The Green Jobs Policy Colorado Needs

Should small renewable energy producers get the same deal as big corporate energy producers? The Clean Local Energy/Feed-in Tariff (FiT) policy is designed to do just that by insuring a fair financial return to investors in local, decentralized rooftop PV, wind and other renewable energy.

A new bill introduced by Senator Schwartz and Representatives Vigil and Massey (HB 11-1228) to the Colorado Assembly would promote economic development through the use of distributed renewable energy generation. The bill directs the office of economic development to commission a study of the potential benefits of adopting incentives, such as a CLEAN/FiT style policy, to “increase the amount of distributed generation included in utilities’ portfolios for the purpose of job creation and economic development”.

The bill requires the study to look at the potential for job creation by region, type of renewable energy source, attraction of new businesses and new capital, expansion of revenue streams for farmers, ranchers, and retirees, and creation of additional tax revenue for the state.  The study will be conducted by an independent entity and funded through gifts, grants, and private donations. 

The policy tool has spurred a virtual explosion in renewable energy installations in Germany, Spain, the United Kingdom and now Canada.  Germany installed a record 8 Gigawatts in solar power in 2010 alone.

Adoption of a FiT has been much slower in the US, due to strong resistance from investor-owned utilities, including Xcel Energy.

At a 2009 renewable energy conference in Minneapolis, Xcel Energy representatives told the audience, “the honest truth is we earn our returns by building plants and putting them into rate base and making profits on them”. A feed-in tariff “takes away that opportunity of utilities to earn on their investments”.

Name Change

Another reason FiTs have not gone over so well in the US is the name. The term “Feed-in tariff” has led some to misunderstand the policy.  FiTs are not a tax but rather a redistribution of utility funds to provide a fair return to small energy producers.  By avoiding the cost of new transmission, power plants and hefty built in profit margins for utilities, it can save ratepayers plenty, despite its name.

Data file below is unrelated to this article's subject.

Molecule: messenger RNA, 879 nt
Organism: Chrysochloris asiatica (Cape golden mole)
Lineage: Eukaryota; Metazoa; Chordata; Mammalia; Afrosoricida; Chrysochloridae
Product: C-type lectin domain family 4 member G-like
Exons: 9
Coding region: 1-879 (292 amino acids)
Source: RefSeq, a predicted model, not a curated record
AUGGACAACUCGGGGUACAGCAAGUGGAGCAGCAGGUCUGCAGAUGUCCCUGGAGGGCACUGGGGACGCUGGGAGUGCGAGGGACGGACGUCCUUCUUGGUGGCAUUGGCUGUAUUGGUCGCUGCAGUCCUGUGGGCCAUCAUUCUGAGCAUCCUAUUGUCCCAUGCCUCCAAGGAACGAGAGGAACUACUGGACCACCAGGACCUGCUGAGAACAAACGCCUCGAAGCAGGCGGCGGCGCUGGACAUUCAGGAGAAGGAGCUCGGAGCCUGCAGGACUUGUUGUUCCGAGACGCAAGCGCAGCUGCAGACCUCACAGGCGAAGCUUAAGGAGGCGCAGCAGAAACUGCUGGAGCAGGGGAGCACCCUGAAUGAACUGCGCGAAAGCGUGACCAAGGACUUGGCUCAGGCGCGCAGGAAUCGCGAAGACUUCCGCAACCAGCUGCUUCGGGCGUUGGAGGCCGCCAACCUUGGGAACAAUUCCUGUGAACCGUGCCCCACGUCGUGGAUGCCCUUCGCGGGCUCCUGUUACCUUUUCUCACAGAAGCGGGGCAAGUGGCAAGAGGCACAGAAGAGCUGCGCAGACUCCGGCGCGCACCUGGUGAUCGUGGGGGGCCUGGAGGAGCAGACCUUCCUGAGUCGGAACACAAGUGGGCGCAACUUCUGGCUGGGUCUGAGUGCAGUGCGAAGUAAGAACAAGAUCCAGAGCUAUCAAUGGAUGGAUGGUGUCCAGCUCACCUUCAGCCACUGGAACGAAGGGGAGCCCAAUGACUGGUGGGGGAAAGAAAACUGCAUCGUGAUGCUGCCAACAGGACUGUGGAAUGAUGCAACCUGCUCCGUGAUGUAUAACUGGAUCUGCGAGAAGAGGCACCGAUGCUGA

Local renewable energy advocates in the US are grappling with a new name for FiTs, because of the vulnerability of the term “tariff” to attack from anti-tax activists and others who either don’t understand, or outright oppose parity for small energy producers.

According to FiT expert John Farrell, with the Institute for Local Self-Reliance, those who oppose FiTs, “will say this is going to be very expensive.  They’ll say you’re going to pay 10 times more for electricity”, thus feeding misconceptions of costly taxation.

The alternative term, “Clean Local Energy Accessible Now” (CLEAN), has been adopted by some policy proponents in an attempt to avoid these pitfalls and describe the policy more accurately.

Overly Studied

The study called for won’t be the first study on CLEAN/FiT incentives.  In fact, FiTs have been studied extensively in the US. Some would say almost to death. 

Earlier this year the Los Angeles Business Council released a study on how to design an effective FiT based on its application throughout Europe and in a growing number of US communities to accelerate renewable energy development and Co2 reductions.

Unbeknown to many, our own Colorado Public Utilities Commission (PUC) Staff prepared a report on FiTS in 2009 that concluded:

“A FiT can be used to accomplish the legal and policy goals of an RPS and can be the driving mechanism enabling utilities to meet their renewable requirements”. 

The report also concludes that an effective FiT could create jobs, benefit rural areas through community-based renewable energy development, and avoid the need for costly new transmission.

Not to be outdone, the National Renewable Energy Lab (NREL) in Golden, Colorado also has a lot to say about FiTs.  See: NREL Analysts Dig FiTs

Despite utility opposition, the policy is catching on in a growing number of municipalities and states in the US.  No matter what we call it, if Colorado gets it right, it could finally have the policy incentive we need to ignite a real renewable energy revolution that includes all renewable energy producers, large and small and fulfills the green job promise we’ve all been waiting for.

Ceal Smith is an ecologist, researcher, writer and founder of TIERRA Consultants, the San Luis Valley Renewable Communities Alliance, and a founding member of Solar Done Right. Ceal works from Colorado’s rural San Luis Valley where she lives with her teenage son, dog and 2 cats. She has lived and worked throughout the Southwest and Latin America. She can be reached at:  

This article first appeared at:

No posts to display